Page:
The news yesterday that the Brandon Shores power plant has been listed as one of the dirtiest in the nation came as no surprise to Anne Arundel County residents living within sight of its smokestacks.
"We've been saying that for years," said Mary Rosso, who lives about a mile from the plant. "This is by no means a shock to any of us. Not even close to a shock."
For years, residents of the neighborhoods west and south of the sprawling plant -- Solley, Stoney Beach, Orchard Beach and Chestnut Hill Cove -- have organized grass-roots campaigns and community meetings to demand that something be done to improve air quality in the area.
The residents have been anything but satisfied with the response from Baltimore Gas and Electric Co., which owns the coal-burning plant.
Residents were furious with BGE long before yesterday's report. bTC "I think it's criminal what they are doing to these neighborhoods," said Rosso, a Democrat from the Silver Sands community off Solley Road who is running for a 31st District seat in the House of Delegates. "They should have to take some responsibility for the consequences of that plant on this area."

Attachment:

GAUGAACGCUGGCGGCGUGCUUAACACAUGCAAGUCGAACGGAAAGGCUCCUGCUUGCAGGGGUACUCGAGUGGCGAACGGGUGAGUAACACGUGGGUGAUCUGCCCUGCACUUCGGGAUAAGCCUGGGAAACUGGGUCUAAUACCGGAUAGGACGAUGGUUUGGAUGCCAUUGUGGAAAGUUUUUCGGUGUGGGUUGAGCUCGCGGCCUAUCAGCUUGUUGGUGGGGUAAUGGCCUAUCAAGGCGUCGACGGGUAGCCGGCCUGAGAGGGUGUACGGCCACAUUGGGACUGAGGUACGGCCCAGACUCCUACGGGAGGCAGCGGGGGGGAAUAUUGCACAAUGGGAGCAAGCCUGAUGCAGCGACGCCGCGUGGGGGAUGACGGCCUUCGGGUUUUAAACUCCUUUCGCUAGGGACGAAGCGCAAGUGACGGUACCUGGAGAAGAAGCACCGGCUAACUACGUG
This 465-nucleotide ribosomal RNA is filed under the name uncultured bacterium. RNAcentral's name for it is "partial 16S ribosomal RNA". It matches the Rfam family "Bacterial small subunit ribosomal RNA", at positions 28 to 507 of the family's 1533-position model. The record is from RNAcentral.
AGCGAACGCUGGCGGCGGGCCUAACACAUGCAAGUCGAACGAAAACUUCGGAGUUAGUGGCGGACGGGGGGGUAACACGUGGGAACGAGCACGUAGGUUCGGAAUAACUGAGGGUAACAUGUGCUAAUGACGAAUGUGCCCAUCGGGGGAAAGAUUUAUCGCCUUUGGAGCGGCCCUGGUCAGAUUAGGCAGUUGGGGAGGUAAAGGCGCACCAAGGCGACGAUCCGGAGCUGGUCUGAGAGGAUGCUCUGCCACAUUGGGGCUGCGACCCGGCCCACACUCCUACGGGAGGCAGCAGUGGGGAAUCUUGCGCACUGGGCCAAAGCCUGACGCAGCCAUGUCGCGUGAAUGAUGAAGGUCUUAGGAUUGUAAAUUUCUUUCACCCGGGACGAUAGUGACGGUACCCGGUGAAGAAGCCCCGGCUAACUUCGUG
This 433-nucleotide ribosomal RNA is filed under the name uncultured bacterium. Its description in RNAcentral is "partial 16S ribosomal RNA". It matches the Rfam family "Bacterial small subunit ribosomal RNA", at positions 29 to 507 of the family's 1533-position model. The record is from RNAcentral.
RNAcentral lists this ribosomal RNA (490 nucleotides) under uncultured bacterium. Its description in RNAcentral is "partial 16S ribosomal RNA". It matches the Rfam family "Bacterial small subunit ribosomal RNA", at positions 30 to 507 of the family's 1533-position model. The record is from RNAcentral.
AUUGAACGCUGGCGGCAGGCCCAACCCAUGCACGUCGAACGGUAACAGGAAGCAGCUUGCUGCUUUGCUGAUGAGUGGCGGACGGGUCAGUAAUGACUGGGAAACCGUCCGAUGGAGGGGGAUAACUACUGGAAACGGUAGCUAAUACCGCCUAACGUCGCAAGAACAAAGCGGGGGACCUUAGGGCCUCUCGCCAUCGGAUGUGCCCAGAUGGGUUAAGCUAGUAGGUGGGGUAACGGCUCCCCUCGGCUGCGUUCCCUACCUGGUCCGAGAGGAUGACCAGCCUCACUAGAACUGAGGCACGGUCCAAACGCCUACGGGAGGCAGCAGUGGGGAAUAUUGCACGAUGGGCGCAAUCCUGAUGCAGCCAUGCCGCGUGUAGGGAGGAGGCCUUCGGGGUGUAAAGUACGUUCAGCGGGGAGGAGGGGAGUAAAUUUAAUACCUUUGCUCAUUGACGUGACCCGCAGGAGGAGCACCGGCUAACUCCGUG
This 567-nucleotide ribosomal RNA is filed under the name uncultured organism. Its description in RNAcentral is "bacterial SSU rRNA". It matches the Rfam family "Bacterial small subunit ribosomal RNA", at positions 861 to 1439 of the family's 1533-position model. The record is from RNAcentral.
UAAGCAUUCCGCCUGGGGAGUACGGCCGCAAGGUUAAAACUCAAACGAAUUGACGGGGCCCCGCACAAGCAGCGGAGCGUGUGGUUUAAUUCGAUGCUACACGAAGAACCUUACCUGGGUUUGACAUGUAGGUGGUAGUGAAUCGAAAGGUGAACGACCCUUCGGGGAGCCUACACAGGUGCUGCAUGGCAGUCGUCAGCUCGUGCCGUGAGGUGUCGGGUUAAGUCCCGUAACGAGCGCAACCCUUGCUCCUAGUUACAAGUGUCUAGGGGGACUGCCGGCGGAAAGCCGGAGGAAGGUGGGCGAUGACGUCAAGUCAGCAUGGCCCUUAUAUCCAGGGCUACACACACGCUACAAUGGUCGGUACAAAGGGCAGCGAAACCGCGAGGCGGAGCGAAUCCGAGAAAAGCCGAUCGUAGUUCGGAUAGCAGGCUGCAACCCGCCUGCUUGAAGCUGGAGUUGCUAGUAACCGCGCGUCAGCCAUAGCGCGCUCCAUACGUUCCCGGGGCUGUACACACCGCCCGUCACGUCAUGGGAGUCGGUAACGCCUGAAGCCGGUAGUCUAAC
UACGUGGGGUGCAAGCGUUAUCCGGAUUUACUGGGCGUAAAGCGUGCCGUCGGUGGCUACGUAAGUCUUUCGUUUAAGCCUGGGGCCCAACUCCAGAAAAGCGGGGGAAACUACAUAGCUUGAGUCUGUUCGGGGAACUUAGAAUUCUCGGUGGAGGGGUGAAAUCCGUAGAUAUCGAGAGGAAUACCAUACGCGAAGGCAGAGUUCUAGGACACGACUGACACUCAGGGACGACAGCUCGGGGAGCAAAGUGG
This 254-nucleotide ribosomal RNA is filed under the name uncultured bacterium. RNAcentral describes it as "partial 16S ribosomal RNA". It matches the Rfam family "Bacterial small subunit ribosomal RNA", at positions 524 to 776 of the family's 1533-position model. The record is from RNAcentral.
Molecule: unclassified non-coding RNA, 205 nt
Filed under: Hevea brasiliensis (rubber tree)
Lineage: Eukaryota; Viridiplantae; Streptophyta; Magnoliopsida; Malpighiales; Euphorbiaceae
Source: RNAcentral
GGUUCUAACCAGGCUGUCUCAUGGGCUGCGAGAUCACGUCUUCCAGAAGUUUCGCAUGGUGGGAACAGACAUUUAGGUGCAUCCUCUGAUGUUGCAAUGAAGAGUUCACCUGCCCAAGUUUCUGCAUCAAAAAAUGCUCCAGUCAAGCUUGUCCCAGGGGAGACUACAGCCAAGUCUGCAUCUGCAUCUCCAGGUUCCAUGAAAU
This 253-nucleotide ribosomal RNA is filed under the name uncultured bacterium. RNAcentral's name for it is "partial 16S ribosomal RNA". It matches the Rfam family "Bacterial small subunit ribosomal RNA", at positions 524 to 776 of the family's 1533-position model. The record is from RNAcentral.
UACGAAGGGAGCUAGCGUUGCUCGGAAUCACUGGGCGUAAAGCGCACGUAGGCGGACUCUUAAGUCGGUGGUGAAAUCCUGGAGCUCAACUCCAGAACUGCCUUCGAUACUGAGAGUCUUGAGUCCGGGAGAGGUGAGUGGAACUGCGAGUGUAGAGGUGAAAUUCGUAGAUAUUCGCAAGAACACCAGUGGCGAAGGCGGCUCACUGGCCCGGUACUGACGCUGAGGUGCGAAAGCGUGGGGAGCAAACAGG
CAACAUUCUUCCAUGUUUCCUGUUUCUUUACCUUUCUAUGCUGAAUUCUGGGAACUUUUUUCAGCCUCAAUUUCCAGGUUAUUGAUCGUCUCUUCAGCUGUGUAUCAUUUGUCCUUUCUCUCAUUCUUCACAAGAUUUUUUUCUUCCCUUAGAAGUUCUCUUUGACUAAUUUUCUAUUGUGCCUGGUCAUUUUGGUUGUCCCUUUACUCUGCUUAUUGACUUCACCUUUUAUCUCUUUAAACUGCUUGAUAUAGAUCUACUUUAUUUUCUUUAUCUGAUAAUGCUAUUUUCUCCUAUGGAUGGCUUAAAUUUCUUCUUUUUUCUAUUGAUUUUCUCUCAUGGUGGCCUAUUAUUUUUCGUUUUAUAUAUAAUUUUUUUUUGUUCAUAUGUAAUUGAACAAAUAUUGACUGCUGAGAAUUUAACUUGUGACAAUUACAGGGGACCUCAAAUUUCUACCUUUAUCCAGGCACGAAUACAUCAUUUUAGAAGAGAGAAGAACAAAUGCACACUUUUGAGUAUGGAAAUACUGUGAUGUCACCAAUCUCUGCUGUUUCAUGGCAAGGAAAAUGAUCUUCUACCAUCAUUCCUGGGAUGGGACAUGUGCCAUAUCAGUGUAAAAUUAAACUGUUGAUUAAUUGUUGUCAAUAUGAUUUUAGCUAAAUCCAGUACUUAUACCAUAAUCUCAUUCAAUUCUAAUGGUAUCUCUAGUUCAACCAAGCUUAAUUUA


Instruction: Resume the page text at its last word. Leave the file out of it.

Residents say the plant causes offensive smells, breathing problems and burning eyes, and they complain that the area has an increased incidence of cancer. "I've been outside and forced in because my eyes are stinging so much," Rosso said.
Word that the U.S. Public Interest Research Group in Washington had categorized Brandon Shores as one of the dirtiest power plants in the nation came on a sweltering morning, with a "red alert" for air pollution in effect throughout the Baltimore area.
For years, environmental activists have been demanding that an air-monitoring system be installed at Fort Armistead Park at Hawkins Point, about two miles north of the plant.
The latest point of contention between environmental activists and BGE has been a fly ash disposal site off Solley Road, near the Brandon Shores plant.
BGE wants to dump millions of tons of fly ash, a byproduct of burning coal, as fill material without installing a multimillion-dollar clay liner. Residents say a liner would protect against ground water and soil contamination.
Pub Date: 6/26/98